This is a time when moderation, commonsense and basic decency have been cast to the four winds in Sri Lanka. It is a time when hatred against different communities is hailed and felicitated. And President Mahinda Rajapaksa’s appeal to the media this week not to give publicity to rampaging monks of the Bodu Bala Sena (BBS) certainly does not solve this problem. Rather, it exacerbates the issue.
Unacceptable and simplistic injunctions
Is the President then stating that the media should stand idly bye, (as much as the police are wont to do), when attacks are carried out on perfectly legitimate Muslim establishments? It is the primary duty of the Government, its investigators and its prosecutors to put an end to illegal activities. When the Government abstains from bringing the full and awful force of the law to bear against these miscreants, it is the Government at fault. To claim that the media, by giving publicity to such attacks, enables those who are responsible or boosts their inflammatory rhetoric, is simplistic and simply unacceptable.
This is similar to the injunction sought to be issued by the Secretary to the Ministry of Defence and the President’s brother, Gotabhaya Rajapaksa some time ago that the media should not give so much prominence to reporting on crime. Yet the issue is not the reporting. It is about lawlessness and the negation of the law.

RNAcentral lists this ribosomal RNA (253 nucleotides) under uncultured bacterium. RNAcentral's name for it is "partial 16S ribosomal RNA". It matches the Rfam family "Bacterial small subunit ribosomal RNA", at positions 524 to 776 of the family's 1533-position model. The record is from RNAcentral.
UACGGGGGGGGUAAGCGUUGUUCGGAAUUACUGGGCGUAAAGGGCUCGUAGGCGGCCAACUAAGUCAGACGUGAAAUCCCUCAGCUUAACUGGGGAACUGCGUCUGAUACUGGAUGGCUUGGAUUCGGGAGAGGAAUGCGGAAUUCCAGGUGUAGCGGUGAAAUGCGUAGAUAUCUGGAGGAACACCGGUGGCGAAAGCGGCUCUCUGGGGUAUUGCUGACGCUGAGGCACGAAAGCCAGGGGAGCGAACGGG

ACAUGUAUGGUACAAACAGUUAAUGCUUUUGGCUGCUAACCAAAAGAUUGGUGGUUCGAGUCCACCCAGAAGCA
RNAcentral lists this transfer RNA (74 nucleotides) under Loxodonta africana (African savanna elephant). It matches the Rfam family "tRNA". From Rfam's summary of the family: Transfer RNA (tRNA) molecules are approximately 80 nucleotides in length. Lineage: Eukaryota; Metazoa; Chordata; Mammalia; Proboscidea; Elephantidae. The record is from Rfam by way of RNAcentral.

Our security now is about deterring criminality
This is part of the increased pattern of local/provincial government councilors violating the law with impunity, ranging from the ridiculous to the outrageous. Following upon a provincial councilor forcing a teacher to kneel in front of her class after she requested his daughter to lengthen the hem of her school dress and another councilor arbitrarily closing the road in front of his house for personal reasons, we hear of another misbegotten individual assaulting a caterer. We are then told that direct Presidential intervention has resulted in some miscreants being punished. This is now accepted as normal. The law itself has become pitiably redundant in that regard.
Importantly, these are all markers to an underlying shift in the discourse on national security which has gone virtually unnoticed to many. Post-war Sri Lanka is now grappling not with traditional concepts of territorial protections and the security of the State which were our preoccupations during thirty years of conflict but rather with the monstrous flowering of a criminal enterprise run on powerful political patronage with the sole aim of making profit and using extraordinary anti-terrorism laws to boot.